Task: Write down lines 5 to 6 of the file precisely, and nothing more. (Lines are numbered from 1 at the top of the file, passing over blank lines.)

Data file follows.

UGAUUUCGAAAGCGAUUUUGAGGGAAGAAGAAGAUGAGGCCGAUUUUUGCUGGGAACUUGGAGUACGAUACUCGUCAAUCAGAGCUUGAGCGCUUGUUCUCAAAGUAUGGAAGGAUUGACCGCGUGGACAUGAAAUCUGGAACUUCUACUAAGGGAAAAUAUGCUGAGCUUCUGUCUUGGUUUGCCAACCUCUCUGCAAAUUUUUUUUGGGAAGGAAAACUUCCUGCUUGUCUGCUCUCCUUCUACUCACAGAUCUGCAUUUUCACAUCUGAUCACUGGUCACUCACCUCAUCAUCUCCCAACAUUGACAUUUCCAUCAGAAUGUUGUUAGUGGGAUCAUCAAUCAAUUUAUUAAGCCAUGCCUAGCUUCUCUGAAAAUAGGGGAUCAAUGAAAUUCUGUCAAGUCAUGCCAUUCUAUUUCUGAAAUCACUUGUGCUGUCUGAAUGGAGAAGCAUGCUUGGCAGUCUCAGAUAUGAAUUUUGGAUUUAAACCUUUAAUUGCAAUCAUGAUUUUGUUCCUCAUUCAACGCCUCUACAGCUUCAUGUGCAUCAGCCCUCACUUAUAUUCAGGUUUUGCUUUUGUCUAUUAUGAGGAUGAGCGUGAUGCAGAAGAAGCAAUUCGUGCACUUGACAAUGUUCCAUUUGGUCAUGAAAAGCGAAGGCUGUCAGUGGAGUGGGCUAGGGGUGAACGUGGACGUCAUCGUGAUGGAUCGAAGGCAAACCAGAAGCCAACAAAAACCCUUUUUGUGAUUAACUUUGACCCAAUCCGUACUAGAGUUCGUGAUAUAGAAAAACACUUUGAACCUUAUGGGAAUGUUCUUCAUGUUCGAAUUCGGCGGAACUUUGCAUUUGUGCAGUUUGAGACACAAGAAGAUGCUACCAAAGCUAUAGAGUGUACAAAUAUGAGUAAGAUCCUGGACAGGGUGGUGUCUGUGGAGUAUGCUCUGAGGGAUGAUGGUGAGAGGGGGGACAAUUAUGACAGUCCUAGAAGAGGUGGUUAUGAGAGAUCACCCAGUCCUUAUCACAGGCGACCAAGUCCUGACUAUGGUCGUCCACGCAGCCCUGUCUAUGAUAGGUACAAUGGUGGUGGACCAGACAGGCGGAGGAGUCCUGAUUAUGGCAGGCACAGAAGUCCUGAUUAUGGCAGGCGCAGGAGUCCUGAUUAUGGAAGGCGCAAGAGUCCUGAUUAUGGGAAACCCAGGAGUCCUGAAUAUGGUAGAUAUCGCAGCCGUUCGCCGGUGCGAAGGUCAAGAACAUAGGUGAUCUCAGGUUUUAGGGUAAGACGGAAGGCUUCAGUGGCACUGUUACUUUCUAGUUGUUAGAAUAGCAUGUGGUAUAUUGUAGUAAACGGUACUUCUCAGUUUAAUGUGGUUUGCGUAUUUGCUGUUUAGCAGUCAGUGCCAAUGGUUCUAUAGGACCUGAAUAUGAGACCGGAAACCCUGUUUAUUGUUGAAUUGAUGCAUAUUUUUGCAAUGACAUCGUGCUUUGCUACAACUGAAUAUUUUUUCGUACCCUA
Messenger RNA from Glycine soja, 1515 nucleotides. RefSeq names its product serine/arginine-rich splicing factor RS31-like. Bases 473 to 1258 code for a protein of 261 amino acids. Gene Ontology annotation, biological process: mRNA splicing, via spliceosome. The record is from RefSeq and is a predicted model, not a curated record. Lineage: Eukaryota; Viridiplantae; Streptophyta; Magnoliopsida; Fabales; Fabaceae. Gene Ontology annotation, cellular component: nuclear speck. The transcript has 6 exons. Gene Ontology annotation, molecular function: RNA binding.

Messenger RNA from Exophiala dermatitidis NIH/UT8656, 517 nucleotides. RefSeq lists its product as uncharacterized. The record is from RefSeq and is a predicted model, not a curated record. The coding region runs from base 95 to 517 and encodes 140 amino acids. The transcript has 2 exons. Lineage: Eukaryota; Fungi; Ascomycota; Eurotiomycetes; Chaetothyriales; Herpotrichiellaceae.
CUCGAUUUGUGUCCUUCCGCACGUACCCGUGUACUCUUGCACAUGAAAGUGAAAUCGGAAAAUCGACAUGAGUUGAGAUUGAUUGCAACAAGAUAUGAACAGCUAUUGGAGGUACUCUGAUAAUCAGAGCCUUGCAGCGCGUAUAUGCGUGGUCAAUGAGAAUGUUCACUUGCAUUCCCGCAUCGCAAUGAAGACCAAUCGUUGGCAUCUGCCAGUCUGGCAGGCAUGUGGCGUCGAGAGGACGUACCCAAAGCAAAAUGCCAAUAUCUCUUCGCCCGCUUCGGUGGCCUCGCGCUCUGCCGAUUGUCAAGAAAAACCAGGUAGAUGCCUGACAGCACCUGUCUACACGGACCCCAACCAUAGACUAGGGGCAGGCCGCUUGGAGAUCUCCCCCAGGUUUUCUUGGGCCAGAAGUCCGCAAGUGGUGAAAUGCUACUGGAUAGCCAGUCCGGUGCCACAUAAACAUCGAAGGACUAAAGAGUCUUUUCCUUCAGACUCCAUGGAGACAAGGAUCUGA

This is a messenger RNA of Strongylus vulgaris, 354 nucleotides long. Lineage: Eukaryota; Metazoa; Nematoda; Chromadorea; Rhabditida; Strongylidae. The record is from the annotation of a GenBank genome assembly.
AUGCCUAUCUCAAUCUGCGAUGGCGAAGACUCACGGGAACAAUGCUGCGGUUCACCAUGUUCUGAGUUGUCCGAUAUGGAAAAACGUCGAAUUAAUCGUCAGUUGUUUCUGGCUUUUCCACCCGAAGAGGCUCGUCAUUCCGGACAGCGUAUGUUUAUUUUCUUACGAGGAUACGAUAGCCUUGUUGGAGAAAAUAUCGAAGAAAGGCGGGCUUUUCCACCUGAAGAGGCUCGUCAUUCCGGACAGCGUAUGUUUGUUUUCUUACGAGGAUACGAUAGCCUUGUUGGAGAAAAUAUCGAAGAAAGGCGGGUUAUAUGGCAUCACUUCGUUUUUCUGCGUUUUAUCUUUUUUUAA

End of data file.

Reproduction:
This is a messenger RNA of Strongylus vulgaris, 354 nucleotides long. Lineage: Eukaryota; Metazoa; Nematoda; Chromadorea; Rhabditida; Strongylidae. The record is from the annotation of a GenBank genome assembly.
AUGCCUAUCUCAAUCUGCGAUGGCGAAGACUCACGGGAACAAUGCUGCGGUUCACCAUGUUCUGAGUUGUCCGAUAUGGAAAAACGUCGAAUUAAUCGUCAGUUGUUUCUGGCUUUUCCACCCGAAGAGGCUCGUCAUUCCGGACAGCGUAUGUUUAUUUUCUUACGAGGAUACGAUAGCCUUGUUGGAGAAAAUAUCGAAGAAAGGCGGGCUUUUCCACCUGAAGAGGCUCGUCAUUCCGGACAGCGUAUGUUUGUUUUCUUACGAGGAUACGAUAGCCUUGUUGGAGAAAAUAUCGAAGAAAGGCGGGUUAUAUGGCAUCACUUCGUUUUUCUGCGUUUUAUCUUUUUUUAA